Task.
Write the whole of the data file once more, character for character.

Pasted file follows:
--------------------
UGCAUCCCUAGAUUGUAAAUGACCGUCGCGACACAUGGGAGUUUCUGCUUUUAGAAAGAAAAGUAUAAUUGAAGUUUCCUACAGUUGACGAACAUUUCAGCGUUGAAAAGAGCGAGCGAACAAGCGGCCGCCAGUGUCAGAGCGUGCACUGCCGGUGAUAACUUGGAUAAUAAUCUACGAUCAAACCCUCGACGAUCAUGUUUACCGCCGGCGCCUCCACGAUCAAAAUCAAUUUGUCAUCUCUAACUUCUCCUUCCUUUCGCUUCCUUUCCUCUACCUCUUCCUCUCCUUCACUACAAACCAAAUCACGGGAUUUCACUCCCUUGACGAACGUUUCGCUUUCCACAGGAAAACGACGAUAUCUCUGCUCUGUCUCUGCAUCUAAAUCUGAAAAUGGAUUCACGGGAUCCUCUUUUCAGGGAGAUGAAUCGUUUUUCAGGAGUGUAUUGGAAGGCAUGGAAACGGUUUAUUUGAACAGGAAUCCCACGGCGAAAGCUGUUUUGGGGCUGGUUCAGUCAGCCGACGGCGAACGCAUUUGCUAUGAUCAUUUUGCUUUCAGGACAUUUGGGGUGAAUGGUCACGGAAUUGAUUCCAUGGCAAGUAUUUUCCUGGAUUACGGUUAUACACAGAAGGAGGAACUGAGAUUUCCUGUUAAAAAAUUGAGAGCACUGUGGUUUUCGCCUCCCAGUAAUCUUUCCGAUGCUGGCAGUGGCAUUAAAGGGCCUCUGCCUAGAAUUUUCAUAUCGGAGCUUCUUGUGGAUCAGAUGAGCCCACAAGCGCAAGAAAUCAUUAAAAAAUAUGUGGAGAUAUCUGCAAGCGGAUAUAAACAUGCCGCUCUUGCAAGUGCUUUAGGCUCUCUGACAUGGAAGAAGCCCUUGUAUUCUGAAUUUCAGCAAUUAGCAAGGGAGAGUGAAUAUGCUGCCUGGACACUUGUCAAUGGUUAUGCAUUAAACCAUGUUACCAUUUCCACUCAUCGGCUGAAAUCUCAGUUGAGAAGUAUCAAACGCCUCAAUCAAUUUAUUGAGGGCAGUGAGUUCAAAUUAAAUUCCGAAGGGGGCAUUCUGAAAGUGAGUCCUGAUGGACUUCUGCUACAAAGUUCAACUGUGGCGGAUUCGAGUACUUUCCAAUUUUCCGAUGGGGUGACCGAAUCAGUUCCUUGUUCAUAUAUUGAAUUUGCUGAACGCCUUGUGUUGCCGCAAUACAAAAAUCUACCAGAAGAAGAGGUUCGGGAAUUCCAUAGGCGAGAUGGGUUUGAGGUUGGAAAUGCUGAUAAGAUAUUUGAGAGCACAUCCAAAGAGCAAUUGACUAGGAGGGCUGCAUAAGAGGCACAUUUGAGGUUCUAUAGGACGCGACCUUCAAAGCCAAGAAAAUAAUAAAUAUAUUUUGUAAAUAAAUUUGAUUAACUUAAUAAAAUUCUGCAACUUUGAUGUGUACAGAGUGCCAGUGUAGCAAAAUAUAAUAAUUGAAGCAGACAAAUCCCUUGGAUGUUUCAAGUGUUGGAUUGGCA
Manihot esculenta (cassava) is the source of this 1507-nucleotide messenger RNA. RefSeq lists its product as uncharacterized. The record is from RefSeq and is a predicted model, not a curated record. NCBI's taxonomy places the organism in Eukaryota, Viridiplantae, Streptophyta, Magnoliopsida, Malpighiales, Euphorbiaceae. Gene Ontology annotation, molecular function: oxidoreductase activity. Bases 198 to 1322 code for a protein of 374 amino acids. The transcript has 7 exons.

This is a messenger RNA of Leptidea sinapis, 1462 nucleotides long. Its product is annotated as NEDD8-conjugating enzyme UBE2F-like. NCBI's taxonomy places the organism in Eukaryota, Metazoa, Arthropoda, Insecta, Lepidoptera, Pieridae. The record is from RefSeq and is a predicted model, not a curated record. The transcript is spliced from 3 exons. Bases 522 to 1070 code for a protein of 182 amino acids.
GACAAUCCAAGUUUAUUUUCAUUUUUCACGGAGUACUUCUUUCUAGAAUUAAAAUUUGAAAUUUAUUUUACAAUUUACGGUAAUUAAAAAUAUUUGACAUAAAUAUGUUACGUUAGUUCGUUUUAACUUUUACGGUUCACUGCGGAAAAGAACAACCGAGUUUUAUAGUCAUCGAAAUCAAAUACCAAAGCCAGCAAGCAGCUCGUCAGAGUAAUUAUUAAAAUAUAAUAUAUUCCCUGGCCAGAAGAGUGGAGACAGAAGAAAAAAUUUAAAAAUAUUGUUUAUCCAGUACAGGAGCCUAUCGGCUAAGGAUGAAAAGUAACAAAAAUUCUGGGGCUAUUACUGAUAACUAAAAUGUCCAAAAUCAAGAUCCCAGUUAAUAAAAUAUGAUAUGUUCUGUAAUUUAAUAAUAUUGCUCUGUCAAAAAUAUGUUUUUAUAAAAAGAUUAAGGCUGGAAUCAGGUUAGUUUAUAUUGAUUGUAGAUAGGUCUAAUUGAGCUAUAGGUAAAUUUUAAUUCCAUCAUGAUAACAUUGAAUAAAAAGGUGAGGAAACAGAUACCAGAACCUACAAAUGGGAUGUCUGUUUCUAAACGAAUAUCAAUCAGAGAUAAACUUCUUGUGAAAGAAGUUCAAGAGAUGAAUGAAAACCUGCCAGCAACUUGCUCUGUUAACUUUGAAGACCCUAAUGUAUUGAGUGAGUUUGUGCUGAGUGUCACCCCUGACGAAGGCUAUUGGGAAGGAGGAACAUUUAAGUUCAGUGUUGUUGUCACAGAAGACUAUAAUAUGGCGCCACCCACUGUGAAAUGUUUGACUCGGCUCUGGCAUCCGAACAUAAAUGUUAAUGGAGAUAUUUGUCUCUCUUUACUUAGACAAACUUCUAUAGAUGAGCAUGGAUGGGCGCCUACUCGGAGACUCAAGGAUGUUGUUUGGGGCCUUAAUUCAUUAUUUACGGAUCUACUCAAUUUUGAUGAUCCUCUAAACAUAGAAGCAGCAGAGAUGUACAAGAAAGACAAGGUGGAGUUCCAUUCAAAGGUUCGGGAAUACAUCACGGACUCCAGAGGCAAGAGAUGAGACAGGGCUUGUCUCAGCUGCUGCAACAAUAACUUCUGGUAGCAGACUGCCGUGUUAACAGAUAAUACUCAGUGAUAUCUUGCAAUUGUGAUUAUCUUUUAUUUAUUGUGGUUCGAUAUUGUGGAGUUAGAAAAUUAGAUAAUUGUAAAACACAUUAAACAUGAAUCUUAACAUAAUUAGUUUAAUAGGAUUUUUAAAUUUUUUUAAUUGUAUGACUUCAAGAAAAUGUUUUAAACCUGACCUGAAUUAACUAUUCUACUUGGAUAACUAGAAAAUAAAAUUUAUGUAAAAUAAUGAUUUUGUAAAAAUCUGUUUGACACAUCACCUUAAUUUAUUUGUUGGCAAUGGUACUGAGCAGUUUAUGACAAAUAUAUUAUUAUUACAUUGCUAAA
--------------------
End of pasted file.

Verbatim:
UGCAUCCCUAGAUUGUAAAUGACCGUCGCGACACAUGGGAGUUUCUGCUUUUAGAAAGAAAAGUAUAAUUGAAGUUUCCUACAGUUGACGAACAUUUCAGCGUUGAAAAGAGCGAGCGAACAAGCGGCCGCCAGUGUCAGAGCGUGCACUGCCGGUGAUAACUUGGAUAAUAAUCUACGAUCAAACCCUCGACGAUCAUGUUUACCGCCGGCGCCUCCACGAUCAAAAUCAAUUUGUCAUCUCUAACUUCUCCUUCCUUUCGCUUCCUUUCCUCUACCUCUUCCUCUCCUUCACUACAAACCAAAUCACGGGAUUUCACUCCCUUGACGAACGUUUCGCUUUCCACAGGAAAACGACGAUAUCUCUGCUCUGUCUCUGCAUCUAAAUCUGAAAAUGGAUUCACGGGAUCCUCUUUUCAGGGAGAUGAAUCGUUUUUCAGGAGUGUAUUGGAAGGCAUGGAAACGGUUUAUUUGAACAGGAAUCCCACGGCGAAAGCUGUUUUGGGGCUGGUUCAGUCAGCCGACGGCGAACGCAUUUGCUAUGAUCAUUUUGCUUUCAGGACAUUUGGGGUGAAUGGUCACGGAAUUGAUUCCAUGGCAAGUAUUUUCCUGGAUUACGGUUAUACACAGAAGGAGGAACUGAGAUUUCCUGUUAAAAAAUUGAGAGCACUGUGGUUUUCGCCUCCCAGUAAUCUUUCCGAUGCUGGCAGUGGCAUUAAAGGGCCUCUGCCUAGAAUUUUCAUAUCGGAGCUUCUUGUGGAUCAGAUGAGCCCACAAGCGCAAGAAAUCAUUAAAAAAUAUGUGGAGAUAUCUGCAAGCGGAUAUAAACAUGCCGCUCUUGCAAGUGCUUUAGGCUCUCUGACAUGGAAGAAGCCCUUGUAUUCUGAAUUUCAGCAAUUAGCAAGGGAGAGUGAAUAUGCUGCCUGGACACUUGUCAAUGGUUAUGCAUUAAACCAUGUUACCAUUUCCACUCAUCGGCUGAAAUCUCAGUUGAGAAGUAUCAAACGCCUCAAUCAAUUUAUUGAGGGCAGUGAGUUCAAAUUAAAUUCCGAAGGGGGCAUUCUGAAAGUGAGUCCUGAUGGACUUCUGCUACAAAGUUCAACUGUGGCGGAUUCGAGUACUUUCCAAUUUUCCGAUGGGGUGACCGAAUCAGUUCCUUGUUCAUAUAUUGAAUUUGCUGAACGCCUUGUGUUGCCGCAAUACAAAAAUCUACCAGAAGAAGAGGUUCGGGAAUUCCAUAGGCGAGAUGGGUUUGAGGUUGGAAAUGCUGAUAAGAUAUUUGAGAGCACAUCCAAAGAGCAAUUGACUAGGAGGGCUGCAUAAGAGGCACAUUUGAGGUUCUAUAGGACGCGACCUUCAAAGCCAAGAAAAUAAUAAAUAUAUUUUGUAAAUAAAUUUGAUUAACUUAAUAAAAUUCUGCAACUUUGAUGUGUACAGAGUGCCAGUGUAGCAAAAUAUAAUAAUUGAAGCAGACAAAUCCCUUGGAUGUUUCAAGUGUUGGAUUGGCA
Manihot esculenta (cassava) is the source of this 1507-nucleotide messenger RNA. RefSeq lists its product as uncharacterized. The record is from RefSeq and is a predicted model, not a curated record. NCBI's taxonomy places the organism in Eukaryota, Viridiplantae, Streptophyta, Magnoliopsida, Malpighiales, Euphorbiaceae. Gene Ontology annotation, molecular function: oxidoreductase activity. Bases 198 to 1322 code for a protein of 374 amino acids. The transcript has 7 exons.

This is a messenger RNA of Leptidea sinapis, 1462 nucleotides long. Its product is annotated as NEDD8-conjugating enzyme UBE2F-like. NCBI's taxonomy places the organism in Eukaryota, Metazoa, Arthropoda, Insecta, Lepidoptera, Pieridae. The record is from RefSeq and is a predicted model, not a curated record. The transcript is spliced from 3 exons. Bases 522 to 1070 code for a protein of 182 amino acids.
GACAAUCCAAGUUUAUUUUCAUUUUUCACGGAGUACUUCUUUCUAGAAUUAAAAUUUGAAAUUUAUUUUACAAUUUACGGUAAUUAAAAAUAUUUGACAUAAAUAUGUUACGUUAGUUCGUUUUAACUUUUACGGUUCACUGCGGAAAAGAACAACCGAGUUUUAUAGUCAUCGAAAUCAAAUACCAAAGCCAGCAAGCAGCUCGUCAGAGUAAUUAUUAAAAUAUAAUAUAUUCCCUGGCCAGAAGAGUGGAGACAGAAGAAAAAAUUUAAAAAUAUUGUUUAUCCAGUACAGGAGCCUAUCGGCUAAGGAUGAAAAGUAACAAAAAUUCUGGGGCUAUUACUGAUAACUAAAAUGUCCAAAAUCAAGAUCCCAGUUAAUAAAAUAUGAUAUGUUCUGUAAUUUAAUAAUAUUGCUCUGUCAAAAAUAUGUUUUUAUAAAAAGAUUAAGGCUGGAAUCAGGUUAGUUUAUAUUGAUUGUAGAUAGGUCUAAUUGAGCUAUAGGUAAAUUUUAAUUCCAUCAUGAUAACAUUGAAUAAAAAGGUGAGGAAACAGAUACCAGAACCUACAAAUGGGAUGUCUGUUUCUAAACGAAUAUCAAUCAGAGAUAAACUUCUUGUGAAAGAAGUUCAAGAGAUGAAUGAAAACCUGCCAGCAACUUGCUCUGUUAACUUUGAAGACCCUAAUGUAUUGAGUGAGUUUGUGCUGAGUGUCACCCCUGACGAAGGCUAUUGGGAAGGAGGAACAUUUAAGUUCAGUGUUGUUGUCACAGAAGACUAUAAUAUGGCGCCACCCACUGUGAAAUGUUUGACUCGGCUCUGGCAUCCGAACAUAAAUGUUAAUGGAGAUAUUUGUCUCUCUUUACUUAGACAAACUUCUAUAGAUGAGCAUGGAUGGGCGCCUACUCGGAGACUCAAGGAUGUUGUUUGGGGCCUUAAUUCAUUAUUUACGGAUCUACUCAAUUUUGAUGAUCCUCUAAACAUAGAAGCAGCAGAGAUGUACAAGAAAGACAAGGUGGAGUUCCAUUCAAAGGUUCGGGAAUACAUCACGGACUCCAGAGGCAAGAGAUGAGACAGGGCUUGUCUCAGCUGCUGCAACAAUAACUUCUGGUAGCAGACUGCCGUGUUAACAGAUAAUACUCAGUGAUAUCUUGCAAUUGUGAUUAUCUUUUAUUUAUUGUGGUUCGAUAUUGUGGAGUUAGAAAAUUAGAUAAUUGUAAAACACAUUAAACAUGAAUCUUAACAUAAUUAGUUUAAUAGGAUUUUUAAAUUUUUUUAAUUGUAUGACUUCAAGAAAAUGUUUUAAACCUGACCUGAAUUAACUAUUCUACUUGGAUAACUAGAAAAUAAAAUUUAUGUAAAAUAAUGAUUUUGUAAAAAUCUGUUUGACACAUCACCUUAAUUUAUUUGUUGGCAAUGGUACUGAGCAGUUUAUGACAAAUAUAUUAUUAUUACAUUGCUAAA